Friday, January 11, 2013
My Top 10 Tips to Increase Writing Productivity
1. Set goals and deadlines. Yes, I know that this is a common piece of advice, but it is so important. Figure out your deadlines and work backward. Set daily writing goals based on the required deadline and meet them. When I am in hyperproductive mode, I don't go home until I get the goal done--period. I don’t care what the day throws at me, I get my goal done.
2. Make your goals realistic. There is nothing worse than setting goals that are unattainable. It sets you up for failure and makes you feel like you cannot finish a project. Make sure that the goals can be accomplished in a few hours. I usually try to set a daily writing goal of 1500-3000 words. I can usually get this done in two to three hours, leaving the rest of the day for working on correspondence, teaching, background research and reading, or other writing that is not within the goal of my main writing project. Figure out how many words you can get done in about the same amount of time and base your writing schedule on that figure.
3. Tune out. I turn off my cell and don’t look at the Internet or email while I am writing. I try to work where I know I won’t be interrupted.
4. Outline. I outline as much as possible prior to sitting down to write. This makes the act of writing so much easier.
5. Don’t worry about perfection. I don’t worry about the quality of the writing as I write. I know I can edit it later. Having bumpy writing that needs editing is way better than not having anything at all.
6. Look at writing as a job, not an art. If you think too much about what you are writing, you’ll get bogged down. Just write and get it done.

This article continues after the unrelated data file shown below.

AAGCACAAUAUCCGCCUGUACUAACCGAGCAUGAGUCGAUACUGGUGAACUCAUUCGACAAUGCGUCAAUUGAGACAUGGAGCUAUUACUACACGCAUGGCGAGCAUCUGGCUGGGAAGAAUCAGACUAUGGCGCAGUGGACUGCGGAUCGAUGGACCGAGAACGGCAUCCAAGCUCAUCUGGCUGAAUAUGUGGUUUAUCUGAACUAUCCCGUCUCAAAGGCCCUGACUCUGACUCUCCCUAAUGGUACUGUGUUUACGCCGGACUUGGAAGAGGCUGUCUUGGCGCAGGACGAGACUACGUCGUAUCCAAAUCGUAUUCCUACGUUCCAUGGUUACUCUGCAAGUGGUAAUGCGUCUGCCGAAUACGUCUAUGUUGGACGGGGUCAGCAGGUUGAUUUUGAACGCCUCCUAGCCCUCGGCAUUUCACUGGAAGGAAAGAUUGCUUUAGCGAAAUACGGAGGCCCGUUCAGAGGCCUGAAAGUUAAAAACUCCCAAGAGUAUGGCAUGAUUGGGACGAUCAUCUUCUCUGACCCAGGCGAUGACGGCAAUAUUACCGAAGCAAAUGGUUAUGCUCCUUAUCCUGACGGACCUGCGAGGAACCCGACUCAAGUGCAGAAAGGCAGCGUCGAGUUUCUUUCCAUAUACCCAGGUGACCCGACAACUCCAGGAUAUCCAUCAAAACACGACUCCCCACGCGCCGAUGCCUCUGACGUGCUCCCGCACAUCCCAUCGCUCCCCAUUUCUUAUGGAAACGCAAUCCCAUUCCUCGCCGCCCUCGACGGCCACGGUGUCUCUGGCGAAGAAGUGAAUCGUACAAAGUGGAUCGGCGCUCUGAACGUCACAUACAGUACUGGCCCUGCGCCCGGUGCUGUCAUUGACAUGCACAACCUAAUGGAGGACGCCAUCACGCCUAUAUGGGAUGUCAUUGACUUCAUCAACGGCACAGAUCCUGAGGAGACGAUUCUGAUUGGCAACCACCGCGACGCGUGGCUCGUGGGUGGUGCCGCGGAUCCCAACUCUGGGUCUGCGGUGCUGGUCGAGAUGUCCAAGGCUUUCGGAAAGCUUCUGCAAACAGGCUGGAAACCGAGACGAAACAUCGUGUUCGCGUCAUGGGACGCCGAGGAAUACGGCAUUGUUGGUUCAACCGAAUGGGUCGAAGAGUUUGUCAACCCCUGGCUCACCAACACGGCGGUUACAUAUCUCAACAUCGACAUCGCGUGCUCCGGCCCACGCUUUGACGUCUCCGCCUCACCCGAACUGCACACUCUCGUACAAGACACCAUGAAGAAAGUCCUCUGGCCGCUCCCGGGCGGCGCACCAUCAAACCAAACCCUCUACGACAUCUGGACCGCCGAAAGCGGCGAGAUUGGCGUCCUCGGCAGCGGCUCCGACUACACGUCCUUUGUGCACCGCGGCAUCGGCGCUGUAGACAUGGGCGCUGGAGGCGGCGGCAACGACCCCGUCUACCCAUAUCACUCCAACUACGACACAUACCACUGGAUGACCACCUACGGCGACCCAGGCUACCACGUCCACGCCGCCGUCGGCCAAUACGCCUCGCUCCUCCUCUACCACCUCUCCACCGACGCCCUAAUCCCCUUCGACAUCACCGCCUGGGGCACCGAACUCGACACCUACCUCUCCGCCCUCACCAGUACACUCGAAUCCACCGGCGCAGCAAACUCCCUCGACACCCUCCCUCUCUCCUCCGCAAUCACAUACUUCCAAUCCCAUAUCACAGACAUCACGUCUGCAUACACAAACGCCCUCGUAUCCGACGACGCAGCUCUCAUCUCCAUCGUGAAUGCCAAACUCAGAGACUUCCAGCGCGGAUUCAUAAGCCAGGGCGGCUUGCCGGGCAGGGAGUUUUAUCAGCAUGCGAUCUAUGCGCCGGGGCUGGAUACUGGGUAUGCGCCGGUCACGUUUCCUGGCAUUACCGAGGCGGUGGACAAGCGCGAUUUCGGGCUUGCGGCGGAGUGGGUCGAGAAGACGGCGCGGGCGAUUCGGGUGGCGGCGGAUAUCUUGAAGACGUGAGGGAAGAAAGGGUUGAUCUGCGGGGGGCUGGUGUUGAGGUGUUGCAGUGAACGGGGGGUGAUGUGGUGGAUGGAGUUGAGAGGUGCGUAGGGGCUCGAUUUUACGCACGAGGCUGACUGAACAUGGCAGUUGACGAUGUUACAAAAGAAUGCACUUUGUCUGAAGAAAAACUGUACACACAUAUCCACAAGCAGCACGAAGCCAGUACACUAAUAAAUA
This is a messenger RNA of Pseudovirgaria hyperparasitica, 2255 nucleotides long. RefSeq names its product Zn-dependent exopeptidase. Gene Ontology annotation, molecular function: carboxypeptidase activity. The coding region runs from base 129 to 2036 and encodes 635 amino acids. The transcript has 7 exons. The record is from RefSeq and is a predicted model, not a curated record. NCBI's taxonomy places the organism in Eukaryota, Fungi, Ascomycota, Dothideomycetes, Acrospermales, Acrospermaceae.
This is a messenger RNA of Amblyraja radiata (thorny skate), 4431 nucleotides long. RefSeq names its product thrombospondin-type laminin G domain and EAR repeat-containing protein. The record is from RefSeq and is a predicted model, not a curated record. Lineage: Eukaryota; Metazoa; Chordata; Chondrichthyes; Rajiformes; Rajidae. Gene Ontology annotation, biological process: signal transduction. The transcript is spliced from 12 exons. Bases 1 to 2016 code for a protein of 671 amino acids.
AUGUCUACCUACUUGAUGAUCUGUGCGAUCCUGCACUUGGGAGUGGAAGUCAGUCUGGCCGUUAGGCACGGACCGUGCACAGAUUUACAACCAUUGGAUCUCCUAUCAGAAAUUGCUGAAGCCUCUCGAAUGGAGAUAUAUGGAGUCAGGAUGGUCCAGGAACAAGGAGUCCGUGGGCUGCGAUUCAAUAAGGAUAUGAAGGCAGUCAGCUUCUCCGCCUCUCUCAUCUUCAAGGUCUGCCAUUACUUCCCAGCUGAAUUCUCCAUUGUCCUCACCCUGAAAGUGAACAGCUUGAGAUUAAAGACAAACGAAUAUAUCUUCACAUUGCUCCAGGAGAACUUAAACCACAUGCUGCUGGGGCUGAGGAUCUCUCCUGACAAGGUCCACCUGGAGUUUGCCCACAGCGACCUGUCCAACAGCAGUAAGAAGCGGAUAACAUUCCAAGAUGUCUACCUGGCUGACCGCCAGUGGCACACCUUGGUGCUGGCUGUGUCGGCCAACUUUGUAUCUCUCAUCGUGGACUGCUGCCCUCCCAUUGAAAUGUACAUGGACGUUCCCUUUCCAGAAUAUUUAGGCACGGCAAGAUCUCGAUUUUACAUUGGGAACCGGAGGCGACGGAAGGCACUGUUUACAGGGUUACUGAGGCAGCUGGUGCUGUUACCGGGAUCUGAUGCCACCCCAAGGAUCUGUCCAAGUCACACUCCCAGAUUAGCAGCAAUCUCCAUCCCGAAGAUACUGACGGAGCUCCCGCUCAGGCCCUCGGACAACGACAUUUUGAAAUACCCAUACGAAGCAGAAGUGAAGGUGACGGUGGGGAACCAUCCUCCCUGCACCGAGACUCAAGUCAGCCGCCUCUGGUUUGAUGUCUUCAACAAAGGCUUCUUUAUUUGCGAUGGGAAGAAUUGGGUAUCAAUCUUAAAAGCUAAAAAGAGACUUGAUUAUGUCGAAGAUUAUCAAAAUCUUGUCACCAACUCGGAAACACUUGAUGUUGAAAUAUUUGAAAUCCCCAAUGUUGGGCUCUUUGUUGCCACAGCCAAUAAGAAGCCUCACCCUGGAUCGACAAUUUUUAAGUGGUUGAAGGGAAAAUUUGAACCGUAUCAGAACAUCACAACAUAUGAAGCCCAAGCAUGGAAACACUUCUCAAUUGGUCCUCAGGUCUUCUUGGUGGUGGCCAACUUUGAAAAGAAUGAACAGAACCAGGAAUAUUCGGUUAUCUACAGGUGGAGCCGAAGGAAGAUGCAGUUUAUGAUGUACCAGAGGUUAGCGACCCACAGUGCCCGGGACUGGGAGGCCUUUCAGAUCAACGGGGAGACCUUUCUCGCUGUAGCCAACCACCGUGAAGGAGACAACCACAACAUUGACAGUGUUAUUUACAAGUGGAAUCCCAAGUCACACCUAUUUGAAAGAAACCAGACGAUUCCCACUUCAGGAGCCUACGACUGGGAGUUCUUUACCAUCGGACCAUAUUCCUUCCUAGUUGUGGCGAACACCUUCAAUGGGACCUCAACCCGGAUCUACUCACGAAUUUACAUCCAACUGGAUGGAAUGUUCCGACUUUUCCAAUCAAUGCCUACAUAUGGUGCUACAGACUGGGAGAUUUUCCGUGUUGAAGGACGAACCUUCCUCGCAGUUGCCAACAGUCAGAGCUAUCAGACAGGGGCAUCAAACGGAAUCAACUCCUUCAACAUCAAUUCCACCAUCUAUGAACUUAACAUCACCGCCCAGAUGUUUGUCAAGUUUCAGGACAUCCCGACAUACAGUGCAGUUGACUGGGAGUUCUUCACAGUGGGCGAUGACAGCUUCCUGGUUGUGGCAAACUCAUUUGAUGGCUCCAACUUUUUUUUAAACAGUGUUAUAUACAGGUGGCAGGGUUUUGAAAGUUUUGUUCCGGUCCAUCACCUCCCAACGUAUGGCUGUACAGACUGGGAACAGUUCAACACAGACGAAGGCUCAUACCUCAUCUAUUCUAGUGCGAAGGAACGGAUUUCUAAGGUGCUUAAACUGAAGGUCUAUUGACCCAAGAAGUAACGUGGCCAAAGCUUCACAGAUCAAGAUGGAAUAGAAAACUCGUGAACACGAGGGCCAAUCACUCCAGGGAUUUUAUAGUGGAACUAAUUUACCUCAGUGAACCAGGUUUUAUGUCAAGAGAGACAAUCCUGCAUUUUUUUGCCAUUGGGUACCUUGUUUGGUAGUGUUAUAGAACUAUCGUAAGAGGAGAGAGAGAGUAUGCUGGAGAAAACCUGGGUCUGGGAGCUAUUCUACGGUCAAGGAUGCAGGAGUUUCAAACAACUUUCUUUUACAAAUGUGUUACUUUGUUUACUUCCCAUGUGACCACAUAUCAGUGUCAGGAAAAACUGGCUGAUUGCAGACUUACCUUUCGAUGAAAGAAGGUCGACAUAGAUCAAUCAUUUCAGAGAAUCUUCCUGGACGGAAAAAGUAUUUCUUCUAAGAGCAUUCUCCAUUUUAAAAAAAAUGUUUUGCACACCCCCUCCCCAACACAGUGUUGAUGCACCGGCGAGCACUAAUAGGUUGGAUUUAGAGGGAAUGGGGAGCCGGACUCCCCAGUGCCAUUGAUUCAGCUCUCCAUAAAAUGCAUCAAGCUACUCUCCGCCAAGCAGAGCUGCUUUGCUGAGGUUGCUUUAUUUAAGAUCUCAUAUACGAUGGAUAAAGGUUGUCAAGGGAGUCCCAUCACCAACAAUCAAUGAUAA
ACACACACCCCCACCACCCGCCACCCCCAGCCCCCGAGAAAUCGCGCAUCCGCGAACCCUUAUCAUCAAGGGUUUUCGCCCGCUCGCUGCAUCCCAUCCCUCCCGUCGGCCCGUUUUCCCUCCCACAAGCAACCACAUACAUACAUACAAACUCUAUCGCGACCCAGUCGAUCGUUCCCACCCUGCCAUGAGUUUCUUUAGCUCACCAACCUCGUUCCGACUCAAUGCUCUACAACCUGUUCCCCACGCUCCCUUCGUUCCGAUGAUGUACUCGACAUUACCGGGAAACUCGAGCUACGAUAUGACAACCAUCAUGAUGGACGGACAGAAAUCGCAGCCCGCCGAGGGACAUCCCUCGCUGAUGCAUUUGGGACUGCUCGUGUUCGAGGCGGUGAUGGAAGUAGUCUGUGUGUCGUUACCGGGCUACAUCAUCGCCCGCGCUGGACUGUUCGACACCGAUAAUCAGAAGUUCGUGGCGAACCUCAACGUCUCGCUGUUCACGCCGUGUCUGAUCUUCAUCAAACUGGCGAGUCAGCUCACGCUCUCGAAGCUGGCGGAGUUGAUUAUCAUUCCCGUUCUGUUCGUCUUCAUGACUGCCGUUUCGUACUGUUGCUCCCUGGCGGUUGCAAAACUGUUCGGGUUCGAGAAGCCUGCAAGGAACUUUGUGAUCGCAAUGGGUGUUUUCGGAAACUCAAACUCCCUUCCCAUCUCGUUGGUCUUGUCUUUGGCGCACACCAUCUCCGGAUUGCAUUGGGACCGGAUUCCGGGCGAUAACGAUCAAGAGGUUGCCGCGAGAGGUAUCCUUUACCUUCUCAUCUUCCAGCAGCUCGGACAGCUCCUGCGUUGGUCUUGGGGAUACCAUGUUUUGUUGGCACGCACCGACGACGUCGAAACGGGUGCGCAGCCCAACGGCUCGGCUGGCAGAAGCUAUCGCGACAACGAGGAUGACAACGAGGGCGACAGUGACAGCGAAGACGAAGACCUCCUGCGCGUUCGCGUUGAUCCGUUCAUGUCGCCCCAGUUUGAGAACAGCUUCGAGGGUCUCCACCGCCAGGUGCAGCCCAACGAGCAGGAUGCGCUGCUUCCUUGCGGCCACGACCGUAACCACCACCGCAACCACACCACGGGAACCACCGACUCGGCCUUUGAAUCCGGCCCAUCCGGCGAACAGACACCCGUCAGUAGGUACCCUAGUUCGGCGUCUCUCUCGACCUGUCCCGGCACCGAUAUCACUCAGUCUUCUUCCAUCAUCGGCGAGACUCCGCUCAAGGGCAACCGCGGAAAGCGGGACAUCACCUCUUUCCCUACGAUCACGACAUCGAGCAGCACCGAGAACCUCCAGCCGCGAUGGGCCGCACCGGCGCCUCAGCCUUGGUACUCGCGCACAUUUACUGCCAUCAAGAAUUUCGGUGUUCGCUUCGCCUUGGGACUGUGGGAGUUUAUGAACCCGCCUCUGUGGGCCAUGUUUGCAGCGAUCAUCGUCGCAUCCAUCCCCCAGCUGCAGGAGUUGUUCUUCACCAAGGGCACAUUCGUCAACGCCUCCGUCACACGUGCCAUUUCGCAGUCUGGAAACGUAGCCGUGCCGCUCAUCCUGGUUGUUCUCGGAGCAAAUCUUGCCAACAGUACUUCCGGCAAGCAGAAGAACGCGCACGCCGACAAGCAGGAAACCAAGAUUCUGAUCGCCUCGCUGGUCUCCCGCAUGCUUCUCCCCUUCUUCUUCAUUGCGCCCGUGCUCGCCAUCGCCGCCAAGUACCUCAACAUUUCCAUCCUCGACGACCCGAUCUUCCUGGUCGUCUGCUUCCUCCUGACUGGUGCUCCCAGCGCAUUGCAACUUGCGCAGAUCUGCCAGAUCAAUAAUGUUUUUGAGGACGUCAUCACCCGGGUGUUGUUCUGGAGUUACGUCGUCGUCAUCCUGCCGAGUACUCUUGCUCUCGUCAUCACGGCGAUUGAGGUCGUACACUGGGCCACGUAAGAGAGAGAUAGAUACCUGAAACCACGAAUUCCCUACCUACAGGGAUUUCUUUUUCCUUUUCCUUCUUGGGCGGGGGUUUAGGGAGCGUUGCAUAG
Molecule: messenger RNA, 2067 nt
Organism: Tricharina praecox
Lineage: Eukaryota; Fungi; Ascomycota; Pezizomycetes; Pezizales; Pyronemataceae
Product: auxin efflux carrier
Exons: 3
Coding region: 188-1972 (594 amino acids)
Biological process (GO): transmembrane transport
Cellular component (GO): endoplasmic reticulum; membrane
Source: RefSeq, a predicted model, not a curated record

7. Keep writing. If you get stuck, keep writing. Something…anything. Start a blog, write a letter, something. Then go back to your professional writing. But, make sure that you write every day and keep to your goals.
8. Look at yourself as a professional writer. Do not think of yourself as a professor, engineer, scientist, social worker, whatever. If you are writing lots of words a day as part of your job, you are a professional writer. Treat yourself as a writer and you’ll have a different relationship with your work.
9. Don’t worry about what others think about your writing. This can slow you down and make you unproductive.
10. Get help. Years ago, I took a writing workshop with Julia Cameron, the author of The Artists Way. That experience transformed my professional life and made me much more productive. It was a simple 3-hour workshop that gave me a few tips and suggestions. Those tips and suggestions made all the difference and gave me an entire new outlook on my career. There are all kinds of writing groups and workshops all over the world. Get involved if you feel that you need help.